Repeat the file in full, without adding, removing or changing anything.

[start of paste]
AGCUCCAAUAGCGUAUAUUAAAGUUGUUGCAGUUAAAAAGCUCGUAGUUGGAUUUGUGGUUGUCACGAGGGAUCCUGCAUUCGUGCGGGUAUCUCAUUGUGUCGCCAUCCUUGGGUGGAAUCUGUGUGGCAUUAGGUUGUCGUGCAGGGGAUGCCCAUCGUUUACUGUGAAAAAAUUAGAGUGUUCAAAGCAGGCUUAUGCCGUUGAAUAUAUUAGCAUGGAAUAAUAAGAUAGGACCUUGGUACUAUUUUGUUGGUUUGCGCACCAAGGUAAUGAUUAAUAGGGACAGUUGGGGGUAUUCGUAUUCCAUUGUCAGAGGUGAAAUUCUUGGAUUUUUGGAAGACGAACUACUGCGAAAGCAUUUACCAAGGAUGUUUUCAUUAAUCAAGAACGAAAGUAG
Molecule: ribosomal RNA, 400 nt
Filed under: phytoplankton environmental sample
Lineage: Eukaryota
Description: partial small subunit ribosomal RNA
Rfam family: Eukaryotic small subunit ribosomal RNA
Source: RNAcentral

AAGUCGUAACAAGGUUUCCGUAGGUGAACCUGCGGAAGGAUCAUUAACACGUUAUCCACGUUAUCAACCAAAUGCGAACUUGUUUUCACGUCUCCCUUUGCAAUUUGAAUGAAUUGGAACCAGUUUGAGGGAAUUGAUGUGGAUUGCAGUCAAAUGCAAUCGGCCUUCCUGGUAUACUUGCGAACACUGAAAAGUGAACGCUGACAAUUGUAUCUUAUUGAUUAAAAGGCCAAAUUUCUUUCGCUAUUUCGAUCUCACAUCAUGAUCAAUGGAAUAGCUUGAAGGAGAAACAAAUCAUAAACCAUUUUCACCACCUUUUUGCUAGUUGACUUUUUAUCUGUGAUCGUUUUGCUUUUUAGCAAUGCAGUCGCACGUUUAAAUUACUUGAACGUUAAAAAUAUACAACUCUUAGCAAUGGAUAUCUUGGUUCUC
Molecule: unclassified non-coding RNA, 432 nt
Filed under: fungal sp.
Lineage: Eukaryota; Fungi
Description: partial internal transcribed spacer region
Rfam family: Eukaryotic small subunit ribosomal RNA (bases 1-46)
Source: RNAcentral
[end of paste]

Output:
AGCUCCAAUAGCGUAUAUUAAAGUUGUUGCAGUUAAAAAGCUCGUAGUUGGAUUUGUGGUUGUCACGAGGGAUCCUGCAUUCGUGCGGGUAUCUCAUUGUGUCGCCAUCCUUGGGUGGAAUCUGUGUGGCAUUAGGUUGUCGUGCAGGGGAUGCCCAUCGUUUACUGUGAAAAAAUUAGAGUGUUCAAAGCAGGCUUAUGCCGUUGAAUAUAUUAGCAUGGAAUAAUAAGAUAGGACCUUGGUACUAUUUUGUUGGUUUGCGCACCAAGGUAAUGAUUAAUAGGGACAGUUGGGGGUAUUCGUAUUCCAUUGUCAGAGGUGAAAUUCUUGGAUUUUUGGAAGACGAACUACUGCGAAAGCAUUUACCAAGGAUGUUUUCAUUAAUCAAGAACGAAAGUAG
Molecule: ribosomal RNA, 400 nt
Filed under: phytoplankton environmental sample
Lineage: Eukaryota
Description: partial small subunit ribosomal RNA
Rfam family: Eukaryotic small subunit ribosomal RNA
Source: RNAcentral

AAGUCGUAACAAGGUUUCCGUAGGUGAACCUGCGGAAGGAUCAUUAACACGUUAUCCACGUUAUCAACCAAAUGCGAACUUGUUUUCACGUCUCCCUUUGCAAUUUGAAUGAAUUGGAACCAGUUUGAGGGAAUUGAUGUGGAUUGCAGUCAAAUGCAAUCGGCCUUCCUGGUAUACUUGCGAACACUGAAAAGUGAACGCUGACAAUUGUAUCUUAUUGAUUAAAAGGCCAAAUUUCUUUCGCUAUUUCGAUCUCACAUCAUGAUCAAUGGAAUAGCUUGAAGGAGAAACAAAUCAUAAACCAUUUUCACCACCUUUUUGCUAGUUGACUUUUUAUCUGUGAUCGUUUUGCUUUUUAGCAAUGCAGUCGCACGUUUAAAUUACUUGAACGUUAAAAAUAUACAACUCUUAGCAAUGGAUAUCUUGGUUCUC
Molecule: unclassified non-coding RNA, 432 nt
Filed under: fungal sp.
Lineage: Eukaryota; Fungi
Description: partial internal transcribed spacer region
Rfam family: Eukaryotic small subunit ribosomal RNA (bases 1-46)
Source: RNAcentral